It’s a simple equation; having money equals being able to provide for our families, have more options and live pretty comfortable lives. Likewise, when you don’t have money— well, you get the plot. However, are you actually aware of the pain that debt can cause?

In January 2016, a study carried out on 33,720 U.S households was published in Psychology Science, showing that those with higher levels of unemployment had a higher likelihood of purchasing over-the-counter pain killers. Yes, I meant literal pain.

Among the many negative effects of debt are low self-esteem and even impaired cognitive functioning.

What that means is, you can’t learn or remember a thing and your attention span becomes no better than that of a chimpanzee’s. Doesn’t sound very fun, does it?

Some research shows worrying about debt makes one more likely to develop a mental illness. Keep in mind, however, that by ‘mental illness’,  we aren’t talking about severe cases like schizophrenia where you need to be monitored at all hours of the day, but that doesn’t make the possible effects of debt any less serious. In fact, debt can actually cause some really unsettling responses.


As a result of their debt, some people may subconsciously try to rationalize their mistakes and protect their ego by simply pretending their financial issues do not exist at all. In simpler words, these people are in denial. They ignore the fact that their financial conditions are slowly but surely slipping through their fingertips, and spend their money pretending they can afford to. They’ll be completely negligent of the fact that their problems are in dire need of some serious acknowledgement, right up until the point when something — legal action, credit denied, consistent pesky phone calls from creditors — poses as a painful wake-up call.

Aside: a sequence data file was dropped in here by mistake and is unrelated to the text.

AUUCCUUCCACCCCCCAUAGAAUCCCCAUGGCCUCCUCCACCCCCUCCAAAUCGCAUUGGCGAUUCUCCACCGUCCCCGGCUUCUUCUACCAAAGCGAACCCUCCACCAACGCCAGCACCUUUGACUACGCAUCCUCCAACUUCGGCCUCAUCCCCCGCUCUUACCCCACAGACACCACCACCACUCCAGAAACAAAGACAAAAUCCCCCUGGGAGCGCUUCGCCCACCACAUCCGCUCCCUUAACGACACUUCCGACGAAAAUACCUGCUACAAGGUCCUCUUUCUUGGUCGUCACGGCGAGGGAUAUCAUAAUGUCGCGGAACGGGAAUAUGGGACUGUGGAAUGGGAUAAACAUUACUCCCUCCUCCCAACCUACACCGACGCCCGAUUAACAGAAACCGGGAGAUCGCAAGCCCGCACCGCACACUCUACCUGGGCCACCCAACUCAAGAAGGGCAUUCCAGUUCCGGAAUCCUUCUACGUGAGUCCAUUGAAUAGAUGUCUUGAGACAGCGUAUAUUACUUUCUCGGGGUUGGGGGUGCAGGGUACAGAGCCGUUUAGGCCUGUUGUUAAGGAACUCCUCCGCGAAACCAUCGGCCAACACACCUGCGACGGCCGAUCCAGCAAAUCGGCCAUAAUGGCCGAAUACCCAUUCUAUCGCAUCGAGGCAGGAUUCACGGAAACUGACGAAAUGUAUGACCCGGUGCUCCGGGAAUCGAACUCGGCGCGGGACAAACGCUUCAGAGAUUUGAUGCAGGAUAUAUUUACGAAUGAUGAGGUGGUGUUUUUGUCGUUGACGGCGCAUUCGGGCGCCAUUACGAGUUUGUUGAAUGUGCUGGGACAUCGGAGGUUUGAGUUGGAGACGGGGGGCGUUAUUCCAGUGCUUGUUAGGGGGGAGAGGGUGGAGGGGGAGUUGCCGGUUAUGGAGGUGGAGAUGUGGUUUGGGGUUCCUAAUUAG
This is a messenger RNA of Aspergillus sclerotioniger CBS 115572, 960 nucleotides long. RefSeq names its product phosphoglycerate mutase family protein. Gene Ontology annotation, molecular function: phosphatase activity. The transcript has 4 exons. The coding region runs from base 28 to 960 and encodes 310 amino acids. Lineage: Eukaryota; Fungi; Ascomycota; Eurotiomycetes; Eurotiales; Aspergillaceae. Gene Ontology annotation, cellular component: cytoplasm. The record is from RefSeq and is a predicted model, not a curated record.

If your child, grown and no longer living in the nest, is going through denial and does not accept the harsh reality in good time, it won’t be long before his or her financial issues become so overwhelming that even the walls they’ve built are not enough to hide behind.


Denial’s polar opposite, stress is popular when it comes to debt-related issues. Debt and stress are like the conjoined twins you never invited to the party, but showed up anyway, and it takes more than a little effort to get rid of them.

One known study of stress levels in the UK was an online poll undertaken by YouGov, with a whopping sample size of 4,619 respondents. Of those who reported feeling stressed in the past year, 22% cited debt as a stressor.

Stress is a word we all know, although some of us may be more well-aquianted than others, but it can present itself in all kinds of ways. All too familiar examples include losing sleep, focus, hair — in other words, you’re losing a lot of things.